Health and Safety legislation imposes a number of duties on employers when providing equipment for employees. This is true whether it’s the “usual” type of equipment you would see in any office or practice or something more specialist, like an orthopaedic chair. Let’s start by examining those duties:
(1) Basic Duty
Section 2 of the Health and Safety at Work Act 1974 places a duty on every employer “to ensure, so far as is reasonably practicable, the health, safety and welfare at work of all his employees.”
The Provision and Use of Work Equipment Regulations 1998 (PUWER) means that employers must ensure that any equipment they provide for employees is –
- Suitable for the job it’s going to be used for
- Safe – properly maintained and inspected (before first use and then at regular intervals)
- Properly used by those who have been trained to do so
- Used with any suitable health and safety measures (for example, using a shredder with any fitted guards)
It’s a common misconception that PUWER only applies to equipment you might find in a factory, warehouse or on a construction site. However, according to the Act, the term “work equipment” is very wide and means any machinery, appliance, apparatus, tool or installation for use at work.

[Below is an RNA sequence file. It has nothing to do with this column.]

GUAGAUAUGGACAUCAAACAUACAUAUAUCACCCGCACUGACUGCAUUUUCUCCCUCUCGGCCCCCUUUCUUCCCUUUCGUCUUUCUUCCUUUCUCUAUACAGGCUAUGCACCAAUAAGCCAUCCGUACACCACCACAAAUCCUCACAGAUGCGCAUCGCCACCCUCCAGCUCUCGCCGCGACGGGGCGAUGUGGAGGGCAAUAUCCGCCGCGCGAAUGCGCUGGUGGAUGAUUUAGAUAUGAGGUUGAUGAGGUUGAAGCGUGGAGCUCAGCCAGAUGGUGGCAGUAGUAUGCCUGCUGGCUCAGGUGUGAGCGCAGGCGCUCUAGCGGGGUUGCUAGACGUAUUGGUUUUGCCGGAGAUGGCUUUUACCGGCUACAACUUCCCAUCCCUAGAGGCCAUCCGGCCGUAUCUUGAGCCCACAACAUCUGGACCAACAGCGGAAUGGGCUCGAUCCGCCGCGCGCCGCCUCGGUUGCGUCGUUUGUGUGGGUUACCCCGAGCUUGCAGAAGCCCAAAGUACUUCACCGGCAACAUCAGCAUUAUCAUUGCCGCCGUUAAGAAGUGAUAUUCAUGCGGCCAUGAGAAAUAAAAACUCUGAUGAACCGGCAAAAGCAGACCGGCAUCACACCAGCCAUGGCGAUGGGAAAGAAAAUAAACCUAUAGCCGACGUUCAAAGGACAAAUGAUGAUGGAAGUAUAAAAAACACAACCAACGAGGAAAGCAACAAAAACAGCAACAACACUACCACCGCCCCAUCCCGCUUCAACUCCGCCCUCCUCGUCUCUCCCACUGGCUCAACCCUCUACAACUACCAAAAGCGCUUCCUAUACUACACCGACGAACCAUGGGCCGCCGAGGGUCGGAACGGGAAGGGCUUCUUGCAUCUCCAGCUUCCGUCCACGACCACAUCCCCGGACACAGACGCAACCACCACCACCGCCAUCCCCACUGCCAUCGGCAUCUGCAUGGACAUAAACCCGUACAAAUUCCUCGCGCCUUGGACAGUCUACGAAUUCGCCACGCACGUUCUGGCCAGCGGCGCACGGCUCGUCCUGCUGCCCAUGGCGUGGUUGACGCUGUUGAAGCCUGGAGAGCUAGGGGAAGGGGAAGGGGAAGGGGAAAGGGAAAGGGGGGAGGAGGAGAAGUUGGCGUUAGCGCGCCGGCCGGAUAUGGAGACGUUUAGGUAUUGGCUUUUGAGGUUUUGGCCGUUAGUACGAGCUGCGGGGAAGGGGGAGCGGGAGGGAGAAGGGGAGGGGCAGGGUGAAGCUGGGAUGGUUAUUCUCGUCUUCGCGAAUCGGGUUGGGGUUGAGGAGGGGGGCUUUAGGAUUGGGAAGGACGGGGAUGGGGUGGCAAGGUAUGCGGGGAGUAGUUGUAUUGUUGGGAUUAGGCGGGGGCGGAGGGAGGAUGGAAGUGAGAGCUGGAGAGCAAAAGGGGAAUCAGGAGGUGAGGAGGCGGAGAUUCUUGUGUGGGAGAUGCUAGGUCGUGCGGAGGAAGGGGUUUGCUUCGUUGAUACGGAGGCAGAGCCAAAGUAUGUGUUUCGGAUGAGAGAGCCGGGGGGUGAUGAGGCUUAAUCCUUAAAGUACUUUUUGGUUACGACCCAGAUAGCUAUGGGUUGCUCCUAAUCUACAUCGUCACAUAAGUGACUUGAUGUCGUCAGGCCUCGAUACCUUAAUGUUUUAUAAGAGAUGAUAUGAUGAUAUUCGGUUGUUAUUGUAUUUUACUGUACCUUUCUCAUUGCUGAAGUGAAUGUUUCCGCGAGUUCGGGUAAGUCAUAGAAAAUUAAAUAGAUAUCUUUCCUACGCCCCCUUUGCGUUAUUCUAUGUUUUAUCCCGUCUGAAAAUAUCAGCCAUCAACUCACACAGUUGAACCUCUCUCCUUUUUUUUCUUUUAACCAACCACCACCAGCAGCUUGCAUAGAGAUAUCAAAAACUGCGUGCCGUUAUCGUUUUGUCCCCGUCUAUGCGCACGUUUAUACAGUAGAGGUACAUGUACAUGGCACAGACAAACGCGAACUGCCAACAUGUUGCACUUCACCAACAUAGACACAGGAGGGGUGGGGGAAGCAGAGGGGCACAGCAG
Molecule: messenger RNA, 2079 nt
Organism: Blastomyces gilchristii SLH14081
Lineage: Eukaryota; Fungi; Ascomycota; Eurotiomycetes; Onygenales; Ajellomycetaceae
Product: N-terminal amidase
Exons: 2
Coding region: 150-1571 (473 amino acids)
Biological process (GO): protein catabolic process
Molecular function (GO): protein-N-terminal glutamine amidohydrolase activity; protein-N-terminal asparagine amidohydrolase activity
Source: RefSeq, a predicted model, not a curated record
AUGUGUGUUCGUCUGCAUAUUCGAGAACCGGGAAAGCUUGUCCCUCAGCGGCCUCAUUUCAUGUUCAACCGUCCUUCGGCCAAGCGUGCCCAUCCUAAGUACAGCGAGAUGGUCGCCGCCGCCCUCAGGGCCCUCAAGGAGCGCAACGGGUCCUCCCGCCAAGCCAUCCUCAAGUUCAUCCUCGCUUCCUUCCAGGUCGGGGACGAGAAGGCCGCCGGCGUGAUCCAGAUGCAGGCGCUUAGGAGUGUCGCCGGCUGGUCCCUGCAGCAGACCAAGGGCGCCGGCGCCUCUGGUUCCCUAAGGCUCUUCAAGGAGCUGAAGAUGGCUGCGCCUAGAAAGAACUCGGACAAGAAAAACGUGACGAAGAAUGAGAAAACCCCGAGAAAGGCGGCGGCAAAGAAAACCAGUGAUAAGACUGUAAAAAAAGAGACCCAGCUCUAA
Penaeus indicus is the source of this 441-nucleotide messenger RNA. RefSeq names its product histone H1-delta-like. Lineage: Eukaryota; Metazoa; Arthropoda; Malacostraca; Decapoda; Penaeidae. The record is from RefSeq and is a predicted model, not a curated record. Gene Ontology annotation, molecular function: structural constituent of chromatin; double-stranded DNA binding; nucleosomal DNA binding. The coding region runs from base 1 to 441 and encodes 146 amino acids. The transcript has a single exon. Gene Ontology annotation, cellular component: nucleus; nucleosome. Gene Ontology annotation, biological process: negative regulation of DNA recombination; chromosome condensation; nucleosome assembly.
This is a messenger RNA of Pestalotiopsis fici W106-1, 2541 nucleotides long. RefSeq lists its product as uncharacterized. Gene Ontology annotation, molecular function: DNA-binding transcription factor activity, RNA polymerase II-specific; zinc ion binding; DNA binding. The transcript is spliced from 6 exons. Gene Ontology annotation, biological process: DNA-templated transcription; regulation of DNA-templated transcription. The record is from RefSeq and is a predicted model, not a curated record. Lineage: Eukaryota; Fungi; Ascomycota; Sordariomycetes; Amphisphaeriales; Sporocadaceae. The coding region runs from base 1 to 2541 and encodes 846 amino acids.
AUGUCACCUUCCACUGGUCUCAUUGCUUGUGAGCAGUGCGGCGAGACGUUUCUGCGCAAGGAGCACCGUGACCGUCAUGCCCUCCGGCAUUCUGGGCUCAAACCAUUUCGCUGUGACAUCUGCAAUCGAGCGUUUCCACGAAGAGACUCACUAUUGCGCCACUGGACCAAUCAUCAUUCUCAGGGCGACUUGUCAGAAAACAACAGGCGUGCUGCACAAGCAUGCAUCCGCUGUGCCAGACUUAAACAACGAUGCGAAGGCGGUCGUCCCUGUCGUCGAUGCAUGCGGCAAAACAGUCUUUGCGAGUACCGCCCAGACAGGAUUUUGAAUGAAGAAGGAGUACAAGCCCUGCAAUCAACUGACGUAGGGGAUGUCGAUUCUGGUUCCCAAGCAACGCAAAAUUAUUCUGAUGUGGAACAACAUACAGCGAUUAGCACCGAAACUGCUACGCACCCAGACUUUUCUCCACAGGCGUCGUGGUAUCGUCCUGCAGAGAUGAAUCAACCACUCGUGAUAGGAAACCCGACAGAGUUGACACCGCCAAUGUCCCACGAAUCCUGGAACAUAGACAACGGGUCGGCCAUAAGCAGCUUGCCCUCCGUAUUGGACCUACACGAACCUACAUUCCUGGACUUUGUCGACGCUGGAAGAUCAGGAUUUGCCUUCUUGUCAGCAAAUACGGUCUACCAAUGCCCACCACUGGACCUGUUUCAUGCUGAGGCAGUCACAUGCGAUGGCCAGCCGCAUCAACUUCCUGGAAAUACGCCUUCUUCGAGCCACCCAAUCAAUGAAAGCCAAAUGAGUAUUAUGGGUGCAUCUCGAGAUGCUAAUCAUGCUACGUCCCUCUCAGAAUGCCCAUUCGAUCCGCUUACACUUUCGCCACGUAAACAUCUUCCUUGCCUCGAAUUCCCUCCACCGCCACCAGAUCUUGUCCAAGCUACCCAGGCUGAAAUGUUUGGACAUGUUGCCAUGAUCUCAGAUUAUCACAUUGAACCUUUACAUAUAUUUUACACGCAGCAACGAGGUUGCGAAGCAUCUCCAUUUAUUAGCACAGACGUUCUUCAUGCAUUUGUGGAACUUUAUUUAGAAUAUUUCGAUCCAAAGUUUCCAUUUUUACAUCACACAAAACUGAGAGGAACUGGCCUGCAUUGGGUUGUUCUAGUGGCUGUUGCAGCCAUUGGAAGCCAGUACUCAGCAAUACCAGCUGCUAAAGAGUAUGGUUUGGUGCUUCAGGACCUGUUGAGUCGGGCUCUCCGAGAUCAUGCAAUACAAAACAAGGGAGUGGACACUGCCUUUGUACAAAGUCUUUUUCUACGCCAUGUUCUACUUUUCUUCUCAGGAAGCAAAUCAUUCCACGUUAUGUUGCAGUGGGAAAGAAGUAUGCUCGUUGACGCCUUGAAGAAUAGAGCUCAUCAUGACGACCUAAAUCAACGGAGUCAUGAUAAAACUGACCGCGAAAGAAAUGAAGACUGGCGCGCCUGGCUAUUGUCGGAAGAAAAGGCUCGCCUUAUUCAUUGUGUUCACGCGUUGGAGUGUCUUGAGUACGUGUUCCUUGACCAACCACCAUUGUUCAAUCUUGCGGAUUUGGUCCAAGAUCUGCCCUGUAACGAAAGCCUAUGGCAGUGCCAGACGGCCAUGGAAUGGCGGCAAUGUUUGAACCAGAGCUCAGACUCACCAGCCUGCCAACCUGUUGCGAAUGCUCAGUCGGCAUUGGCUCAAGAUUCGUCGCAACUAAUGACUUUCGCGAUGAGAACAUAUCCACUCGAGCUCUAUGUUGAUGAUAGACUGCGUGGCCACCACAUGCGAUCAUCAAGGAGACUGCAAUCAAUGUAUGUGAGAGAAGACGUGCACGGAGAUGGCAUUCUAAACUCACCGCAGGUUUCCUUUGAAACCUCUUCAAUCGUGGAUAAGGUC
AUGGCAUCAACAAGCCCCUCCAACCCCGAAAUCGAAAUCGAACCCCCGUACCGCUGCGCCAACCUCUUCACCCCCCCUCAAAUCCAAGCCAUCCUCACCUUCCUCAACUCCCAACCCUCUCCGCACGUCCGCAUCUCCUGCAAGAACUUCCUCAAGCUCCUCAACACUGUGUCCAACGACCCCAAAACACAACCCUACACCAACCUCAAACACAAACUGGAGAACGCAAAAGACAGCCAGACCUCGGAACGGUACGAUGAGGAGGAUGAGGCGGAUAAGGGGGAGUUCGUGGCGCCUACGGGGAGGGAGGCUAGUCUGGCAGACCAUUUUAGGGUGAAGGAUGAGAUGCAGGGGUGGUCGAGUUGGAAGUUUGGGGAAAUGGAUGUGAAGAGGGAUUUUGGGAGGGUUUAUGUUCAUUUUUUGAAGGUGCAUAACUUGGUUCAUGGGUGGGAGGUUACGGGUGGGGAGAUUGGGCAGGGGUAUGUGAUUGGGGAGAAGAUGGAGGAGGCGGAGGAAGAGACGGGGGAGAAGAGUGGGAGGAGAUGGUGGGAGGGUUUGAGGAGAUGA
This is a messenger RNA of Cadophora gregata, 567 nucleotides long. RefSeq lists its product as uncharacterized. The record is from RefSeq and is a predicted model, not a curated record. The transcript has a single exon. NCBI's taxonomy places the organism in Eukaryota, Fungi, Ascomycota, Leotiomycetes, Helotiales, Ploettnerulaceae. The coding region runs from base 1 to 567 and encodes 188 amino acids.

(3) Specific equipment and jobs
There is also a wealth of other legislation which tends to either apply to specific:
- Jobs/ industry sectors (such as construction) or
- Equipment, such as the Health and Safety (Display Screen Equipment) Regulations 1992 dealing with assessing and controlling the risks from working with display screen equipment, such as monitors, laptops and touch screens.
Remember that the employer has a duty to be aware of what applies to them and the equipment they use. Ignorance is not usually an excuse.
(4) The individual employee’s needs
The Equality Act 2010 defines disability as ‘a physical or mental impairment which has a substantial and long-term adverse effect on a person’s ability to carry out normal day-to-day activities.’ The Act requires an employer to make “reasonable” adjustments – steps which are “reasonable in all the circumstances” to ensure that a disabled employee is not “at a substantial disadvantage as a result of any:
- Provisions, criteria or practices, (so including Practice policies)
- Physical features (such as access to areas of the practice)
- Provision of auxiliary aids
What is considered ‘reasonable’ will depend on a number of factors, but whatever steps an employer agree to take must also comply with their other health and safety duties.
These duties can feel quite onerous but one of the most straightforward ways to deal with them is to devise or use a simple checklist based on your legal duties. Therefore, when you are considering obtaining equipment to be used by your employees you will be able to work through what’s important and cover those requirements.
You can also add on any practice budget and buying protocols to form a really comprehensive method of dealing with a consistent, transparent supply of equipment, which both fulfils your obligations and makes life that little bit easier.